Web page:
The U.S. Equal Employment Opportunity Commission (EEOC) has charged in a lawsuit that Manitowoc, Wisconsin-based Orion Energy Systems violated federal law by requiring an employee to submit to medical exams and inquiries that were not job-related and consistent with business necessity as part of a wellness program, which was not voluntary, and then by firing the employee when she objected to the program.
The federal agency contends that Orion instituted a wellness program that required medical examinations and made disability-related inquiries. When employee Wendy Schobert declined to participate in the program, Orion shifted responsibility for payment of the entire premium for her employee health benefits from Orion to Schobert. Shortly thereafter, Orion fired Schobert.
The EEOC maintains that Orion’s wellness program violated the Americans with Disabilities Act (ADA) as it was applied to Schobert, and that Orion retaliated against Schobert because of her good-faith objections to the wellness program. The EEOC further asserts that Orion interfered with Schobert’s exercise of her federally protected right to not be subjected to unlawful medical exams and disability-related inquiries.
The EEOC brought the suit under Title I of the ADA, which prohibits disability discrimination in employment, after first attempting to reach a pre-litigation settlement through its conciliation process. The case, (EEOC v. Orion Energy Systems, Civil Action 1:14-cv-01019) was filed in U.S. District Court for the Eastern District of Wisconsin, Green Bay Division, and is assigned to U.S. District Judge Chief Judge William C. Griesbach.
The EEOC filed another disability discrimination suit against Orion in May 2014 (EEOC v. Orion Energy Systems, Civil Action No. 14-cv- 00619). In that lawsuit, the EEOC contended that Orion fired Scott Conant after he experienced a disabling condition that substantially limited his ability to walk and required that he use a wheelchair. The EEOC said that Conant’s termination followed his request for accommodations, such as an automatic door opener, to allow him to enter and exit the Orion workplace. Orion never installed a door opener while Conant worked there.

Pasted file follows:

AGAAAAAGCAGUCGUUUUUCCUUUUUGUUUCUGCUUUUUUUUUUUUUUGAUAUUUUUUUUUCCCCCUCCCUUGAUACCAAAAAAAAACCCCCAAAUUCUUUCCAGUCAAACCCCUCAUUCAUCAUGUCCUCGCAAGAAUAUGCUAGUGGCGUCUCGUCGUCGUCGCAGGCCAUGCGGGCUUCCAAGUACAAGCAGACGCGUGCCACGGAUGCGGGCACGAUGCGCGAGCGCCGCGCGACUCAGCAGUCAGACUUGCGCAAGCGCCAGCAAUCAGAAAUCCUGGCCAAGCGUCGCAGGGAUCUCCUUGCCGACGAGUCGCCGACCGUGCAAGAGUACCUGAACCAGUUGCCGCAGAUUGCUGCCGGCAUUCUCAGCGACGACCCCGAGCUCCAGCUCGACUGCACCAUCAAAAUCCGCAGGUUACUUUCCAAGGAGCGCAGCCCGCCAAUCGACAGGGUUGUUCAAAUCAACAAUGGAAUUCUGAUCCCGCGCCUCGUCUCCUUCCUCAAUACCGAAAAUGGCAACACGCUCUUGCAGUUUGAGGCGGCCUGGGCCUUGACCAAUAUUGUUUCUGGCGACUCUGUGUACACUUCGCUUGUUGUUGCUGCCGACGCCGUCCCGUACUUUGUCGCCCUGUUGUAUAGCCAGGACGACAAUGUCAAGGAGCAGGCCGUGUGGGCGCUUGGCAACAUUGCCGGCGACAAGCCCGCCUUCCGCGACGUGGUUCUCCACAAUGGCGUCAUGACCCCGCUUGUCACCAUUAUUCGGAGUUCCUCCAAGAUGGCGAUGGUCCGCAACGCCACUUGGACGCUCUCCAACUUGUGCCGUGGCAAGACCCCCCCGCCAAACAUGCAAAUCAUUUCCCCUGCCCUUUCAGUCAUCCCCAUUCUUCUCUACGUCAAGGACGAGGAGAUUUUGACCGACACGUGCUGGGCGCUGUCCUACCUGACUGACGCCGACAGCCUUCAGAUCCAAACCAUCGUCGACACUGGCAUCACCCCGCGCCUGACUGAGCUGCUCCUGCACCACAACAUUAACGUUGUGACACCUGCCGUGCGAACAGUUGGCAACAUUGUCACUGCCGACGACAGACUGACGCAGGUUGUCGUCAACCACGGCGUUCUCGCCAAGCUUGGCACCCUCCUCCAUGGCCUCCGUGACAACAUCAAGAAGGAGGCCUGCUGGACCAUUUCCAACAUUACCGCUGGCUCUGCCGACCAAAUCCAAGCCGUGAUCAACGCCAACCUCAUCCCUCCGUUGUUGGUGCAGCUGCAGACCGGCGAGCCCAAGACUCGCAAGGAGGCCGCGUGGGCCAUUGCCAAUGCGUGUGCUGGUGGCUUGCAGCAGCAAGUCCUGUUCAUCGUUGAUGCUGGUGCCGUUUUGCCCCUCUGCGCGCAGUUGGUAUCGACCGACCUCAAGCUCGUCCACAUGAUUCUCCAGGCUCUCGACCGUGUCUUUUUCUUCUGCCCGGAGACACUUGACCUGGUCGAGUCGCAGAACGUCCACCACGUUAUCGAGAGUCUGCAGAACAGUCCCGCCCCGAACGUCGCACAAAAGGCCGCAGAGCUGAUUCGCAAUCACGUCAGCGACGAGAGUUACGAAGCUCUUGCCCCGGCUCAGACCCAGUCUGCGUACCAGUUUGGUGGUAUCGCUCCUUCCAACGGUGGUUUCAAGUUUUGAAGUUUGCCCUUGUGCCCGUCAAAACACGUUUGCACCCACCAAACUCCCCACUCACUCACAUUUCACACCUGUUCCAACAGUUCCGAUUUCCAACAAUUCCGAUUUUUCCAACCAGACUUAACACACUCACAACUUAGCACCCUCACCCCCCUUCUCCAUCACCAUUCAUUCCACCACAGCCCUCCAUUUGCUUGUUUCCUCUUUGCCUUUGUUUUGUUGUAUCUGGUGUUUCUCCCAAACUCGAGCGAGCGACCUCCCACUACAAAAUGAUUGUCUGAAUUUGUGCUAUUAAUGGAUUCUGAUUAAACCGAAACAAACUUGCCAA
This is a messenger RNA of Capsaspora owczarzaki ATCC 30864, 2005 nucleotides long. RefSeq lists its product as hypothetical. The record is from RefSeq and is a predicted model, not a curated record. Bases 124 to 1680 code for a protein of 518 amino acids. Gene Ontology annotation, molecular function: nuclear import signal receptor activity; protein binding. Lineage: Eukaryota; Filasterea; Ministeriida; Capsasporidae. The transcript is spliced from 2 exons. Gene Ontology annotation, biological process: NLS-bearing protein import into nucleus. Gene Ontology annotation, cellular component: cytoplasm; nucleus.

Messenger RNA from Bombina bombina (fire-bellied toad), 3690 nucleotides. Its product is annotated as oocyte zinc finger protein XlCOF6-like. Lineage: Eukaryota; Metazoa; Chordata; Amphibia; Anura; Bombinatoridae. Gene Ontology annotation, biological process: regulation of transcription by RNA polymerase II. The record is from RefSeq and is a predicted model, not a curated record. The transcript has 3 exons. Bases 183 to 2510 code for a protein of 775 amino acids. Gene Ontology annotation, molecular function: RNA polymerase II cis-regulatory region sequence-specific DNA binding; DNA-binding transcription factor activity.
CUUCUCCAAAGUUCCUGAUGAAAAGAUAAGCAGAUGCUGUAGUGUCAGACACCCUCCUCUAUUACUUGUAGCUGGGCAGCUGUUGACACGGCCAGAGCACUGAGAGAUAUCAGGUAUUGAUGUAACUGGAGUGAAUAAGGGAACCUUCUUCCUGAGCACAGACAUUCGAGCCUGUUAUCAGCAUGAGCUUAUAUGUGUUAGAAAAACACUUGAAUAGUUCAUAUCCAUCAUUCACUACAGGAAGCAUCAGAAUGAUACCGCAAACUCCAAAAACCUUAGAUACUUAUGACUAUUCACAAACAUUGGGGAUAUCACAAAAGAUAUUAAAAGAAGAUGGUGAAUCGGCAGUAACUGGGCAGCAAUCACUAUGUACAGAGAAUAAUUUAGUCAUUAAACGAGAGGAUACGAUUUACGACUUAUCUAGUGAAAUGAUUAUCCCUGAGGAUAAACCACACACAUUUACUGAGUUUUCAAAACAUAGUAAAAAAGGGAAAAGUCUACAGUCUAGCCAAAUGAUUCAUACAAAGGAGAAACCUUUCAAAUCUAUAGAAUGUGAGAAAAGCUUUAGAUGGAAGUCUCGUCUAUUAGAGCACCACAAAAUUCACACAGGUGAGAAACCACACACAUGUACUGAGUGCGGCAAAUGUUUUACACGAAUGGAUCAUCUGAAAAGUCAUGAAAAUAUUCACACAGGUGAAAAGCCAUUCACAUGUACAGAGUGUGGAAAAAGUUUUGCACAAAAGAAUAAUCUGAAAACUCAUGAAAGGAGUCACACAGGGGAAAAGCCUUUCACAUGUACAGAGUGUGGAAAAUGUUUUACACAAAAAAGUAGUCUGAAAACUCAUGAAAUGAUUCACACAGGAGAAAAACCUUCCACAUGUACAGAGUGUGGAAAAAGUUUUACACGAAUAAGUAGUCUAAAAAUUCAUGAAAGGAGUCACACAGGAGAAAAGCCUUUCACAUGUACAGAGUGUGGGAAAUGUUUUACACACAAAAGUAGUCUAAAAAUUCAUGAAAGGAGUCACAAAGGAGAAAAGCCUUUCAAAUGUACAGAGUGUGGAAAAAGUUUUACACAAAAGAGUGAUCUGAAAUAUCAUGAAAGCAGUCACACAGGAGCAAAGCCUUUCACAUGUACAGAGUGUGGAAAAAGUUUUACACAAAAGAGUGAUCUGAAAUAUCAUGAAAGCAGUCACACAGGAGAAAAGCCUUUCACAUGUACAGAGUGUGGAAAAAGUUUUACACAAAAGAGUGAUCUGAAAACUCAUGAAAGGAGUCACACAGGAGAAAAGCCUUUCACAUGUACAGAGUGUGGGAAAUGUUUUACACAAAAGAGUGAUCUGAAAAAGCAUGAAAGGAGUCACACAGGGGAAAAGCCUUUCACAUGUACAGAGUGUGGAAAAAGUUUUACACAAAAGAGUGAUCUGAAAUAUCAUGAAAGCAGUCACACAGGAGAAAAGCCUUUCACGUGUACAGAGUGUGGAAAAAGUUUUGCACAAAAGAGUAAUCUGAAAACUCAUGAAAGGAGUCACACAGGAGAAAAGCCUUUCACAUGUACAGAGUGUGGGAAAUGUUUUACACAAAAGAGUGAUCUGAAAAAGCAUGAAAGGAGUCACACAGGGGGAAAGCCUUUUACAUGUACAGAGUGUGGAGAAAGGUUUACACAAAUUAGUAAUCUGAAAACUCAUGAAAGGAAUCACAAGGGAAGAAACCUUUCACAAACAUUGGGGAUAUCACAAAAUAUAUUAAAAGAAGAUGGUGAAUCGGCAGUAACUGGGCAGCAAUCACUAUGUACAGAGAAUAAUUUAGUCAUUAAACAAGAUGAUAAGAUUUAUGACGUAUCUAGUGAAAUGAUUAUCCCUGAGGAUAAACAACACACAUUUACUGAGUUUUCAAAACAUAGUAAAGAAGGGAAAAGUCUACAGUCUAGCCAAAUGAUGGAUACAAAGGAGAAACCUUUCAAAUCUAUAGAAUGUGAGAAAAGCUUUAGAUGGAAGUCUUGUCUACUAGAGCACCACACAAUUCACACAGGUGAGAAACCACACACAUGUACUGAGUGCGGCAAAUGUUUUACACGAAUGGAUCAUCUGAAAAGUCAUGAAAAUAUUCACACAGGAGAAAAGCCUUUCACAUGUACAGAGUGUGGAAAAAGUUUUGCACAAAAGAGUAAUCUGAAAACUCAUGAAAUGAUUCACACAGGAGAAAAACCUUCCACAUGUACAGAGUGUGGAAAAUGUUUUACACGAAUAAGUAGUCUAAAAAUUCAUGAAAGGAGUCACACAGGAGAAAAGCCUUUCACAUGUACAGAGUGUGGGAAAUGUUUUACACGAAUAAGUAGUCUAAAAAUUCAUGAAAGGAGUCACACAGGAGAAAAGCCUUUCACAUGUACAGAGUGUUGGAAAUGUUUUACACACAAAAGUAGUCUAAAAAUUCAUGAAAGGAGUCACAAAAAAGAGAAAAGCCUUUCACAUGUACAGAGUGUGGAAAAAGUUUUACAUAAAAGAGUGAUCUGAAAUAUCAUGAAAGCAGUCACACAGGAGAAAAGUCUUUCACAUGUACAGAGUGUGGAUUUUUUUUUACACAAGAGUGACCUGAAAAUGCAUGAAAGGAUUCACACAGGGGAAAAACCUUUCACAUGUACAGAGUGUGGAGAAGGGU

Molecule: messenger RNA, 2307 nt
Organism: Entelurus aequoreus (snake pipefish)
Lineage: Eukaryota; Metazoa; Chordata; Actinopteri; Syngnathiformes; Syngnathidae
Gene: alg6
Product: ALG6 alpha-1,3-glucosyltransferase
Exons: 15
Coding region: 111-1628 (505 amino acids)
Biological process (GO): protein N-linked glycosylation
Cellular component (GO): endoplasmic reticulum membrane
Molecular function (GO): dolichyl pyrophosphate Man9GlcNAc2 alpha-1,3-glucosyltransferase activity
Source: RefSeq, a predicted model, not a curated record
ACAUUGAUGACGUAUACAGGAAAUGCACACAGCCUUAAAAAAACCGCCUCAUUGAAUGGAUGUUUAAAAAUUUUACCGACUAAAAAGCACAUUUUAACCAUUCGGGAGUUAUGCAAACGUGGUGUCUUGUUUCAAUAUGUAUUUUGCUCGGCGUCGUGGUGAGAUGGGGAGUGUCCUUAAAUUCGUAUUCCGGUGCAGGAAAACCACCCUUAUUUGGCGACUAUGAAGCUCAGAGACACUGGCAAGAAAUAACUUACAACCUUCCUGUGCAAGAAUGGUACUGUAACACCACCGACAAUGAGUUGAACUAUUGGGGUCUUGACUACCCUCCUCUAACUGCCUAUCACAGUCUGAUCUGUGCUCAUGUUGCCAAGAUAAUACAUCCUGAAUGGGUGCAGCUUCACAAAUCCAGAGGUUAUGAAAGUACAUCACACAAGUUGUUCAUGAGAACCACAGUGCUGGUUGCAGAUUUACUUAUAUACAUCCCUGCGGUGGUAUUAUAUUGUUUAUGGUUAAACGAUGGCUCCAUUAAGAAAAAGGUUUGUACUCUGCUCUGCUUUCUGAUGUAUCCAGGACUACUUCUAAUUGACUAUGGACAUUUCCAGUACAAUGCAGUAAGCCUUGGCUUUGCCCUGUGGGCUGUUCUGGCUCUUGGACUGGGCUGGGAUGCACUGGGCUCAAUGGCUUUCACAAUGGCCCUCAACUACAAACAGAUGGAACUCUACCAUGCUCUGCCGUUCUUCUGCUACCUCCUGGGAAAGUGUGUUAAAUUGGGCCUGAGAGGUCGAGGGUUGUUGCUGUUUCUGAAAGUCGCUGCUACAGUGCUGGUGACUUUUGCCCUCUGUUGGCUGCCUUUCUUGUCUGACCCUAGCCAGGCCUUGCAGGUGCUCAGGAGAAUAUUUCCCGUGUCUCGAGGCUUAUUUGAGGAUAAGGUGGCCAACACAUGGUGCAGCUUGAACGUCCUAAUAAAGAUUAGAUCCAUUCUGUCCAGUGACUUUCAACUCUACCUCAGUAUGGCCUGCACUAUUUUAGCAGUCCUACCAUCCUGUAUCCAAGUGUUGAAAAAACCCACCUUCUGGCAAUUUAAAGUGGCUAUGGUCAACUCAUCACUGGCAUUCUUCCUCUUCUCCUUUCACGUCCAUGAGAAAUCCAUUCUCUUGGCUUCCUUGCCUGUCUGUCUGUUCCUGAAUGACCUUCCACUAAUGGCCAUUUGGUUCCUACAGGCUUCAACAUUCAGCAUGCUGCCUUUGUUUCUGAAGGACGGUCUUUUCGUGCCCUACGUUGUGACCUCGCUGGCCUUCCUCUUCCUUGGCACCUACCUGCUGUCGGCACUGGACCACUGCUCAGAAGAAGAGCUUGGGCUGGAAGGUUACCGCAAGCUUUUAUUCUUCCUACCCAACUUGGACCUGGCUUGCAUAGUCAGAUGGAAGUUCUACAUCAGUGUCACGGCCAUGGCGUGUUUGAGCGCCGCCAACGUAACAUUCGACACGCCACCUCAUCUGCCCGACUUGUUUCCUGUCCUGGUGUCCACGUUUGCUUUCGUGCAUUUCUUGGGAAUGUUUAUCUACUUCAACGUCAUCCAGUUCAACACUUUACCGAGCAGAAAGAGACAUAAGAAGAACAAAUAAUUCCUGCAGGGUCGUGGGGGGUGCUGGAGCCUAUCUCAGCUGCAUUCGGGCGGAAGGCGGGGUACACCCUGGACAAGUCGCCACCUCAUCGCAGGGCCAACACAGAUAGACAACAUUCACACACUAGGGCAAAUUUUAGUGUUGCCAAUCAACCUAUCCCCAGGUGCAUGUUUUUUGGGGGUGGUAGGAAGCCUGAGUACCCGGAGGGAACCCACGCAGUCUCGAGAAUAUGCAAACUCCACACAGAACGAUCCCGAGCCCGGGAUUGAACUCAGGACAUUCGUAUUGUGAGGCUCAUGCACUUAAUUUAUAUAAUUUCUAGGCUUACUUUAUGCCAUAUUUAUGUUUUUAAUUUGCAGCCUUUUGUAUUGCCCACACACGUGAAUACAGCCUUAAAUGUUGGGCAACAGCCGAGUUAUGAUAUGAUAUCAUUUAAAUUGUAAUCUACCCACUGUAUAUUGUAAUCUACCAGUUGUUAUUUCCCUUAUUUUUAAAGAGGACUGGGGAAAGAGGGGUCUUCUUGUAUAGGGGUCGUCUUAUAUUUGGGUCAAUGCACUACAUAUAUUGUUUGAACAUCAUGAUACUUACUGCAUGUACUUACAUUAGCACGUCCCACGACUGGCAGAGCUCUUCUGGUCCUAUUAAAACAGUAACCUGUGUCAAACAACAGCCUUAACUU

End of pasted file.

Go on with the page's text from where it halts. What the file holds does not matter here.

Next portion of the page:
This most recent lawsuit is the EEOC’s first to directly challenge a wellness program under the ADA. Earlier hearings by the EEOC on wellness programs revealed that a majority of employers now offer some sort of wellness program — 94 percent of employers with over 200 workers, and 63 percent of smaller ones, according to the Kaiser Family Foundation, which researches issues relating to health care.
The ADA limits the circumstances under which an employer may require physical examinations or answers to medical inquiries. However, voluntary medical exams and inquiries are permitted as part of an employee health plan if:
- Participation in the program is voluntary;
- Information obtained is kept confidential in accordance with the ADA requirements; and
- Information obtained is not used to discriminate against an employee.
The EEOC has not issued formal guidance as to what is voluntary, but in informal guidance the EEOC has said that compliance with the Health Insurance Portability and Accountability Act (HIPAA) rules for wellness plans, which have generally been incorporated into health care reform, does not ensure compliance with the ADA or other laws. According to a letter from the EEOC, an employer’s requirement that employees participate in a health risk assessment as a condition of eligibility for its health plan violates the ADA.
The EEOC, which enforces the ADA, has questioned whether mandatory wellness programs or those that include penalties for noncompliance (as opposed to a reward for participation) would be permitted under the ADA. However, the EEOC has not issued formal guidance.
The applicable regulations define a voluntary wellness program as one that neither requires employees to participate nor penalizes employees for non-participation. The EEOC has informally suggested that a wellness program may not be considered voluntary if the program includes a mandatory health risk assessment or a punitive trigger, which seems to be the case with Orion.
To date, there has only been one court case that addressed the question of whether a wellness program violated the ADA. For more information about that case, see: http://dmeclegal.wordpress.com/2011/05/06/court-rules-wellness-program-does-not-violate-ada/#more-629.
That case did not address whether the wellness program was voluntary. Employers should be aware that the ADA may prohibit severe penalties under wellness programs and should monitor this case and other developments. Positive incentives are less likely to run afoul of the ADA.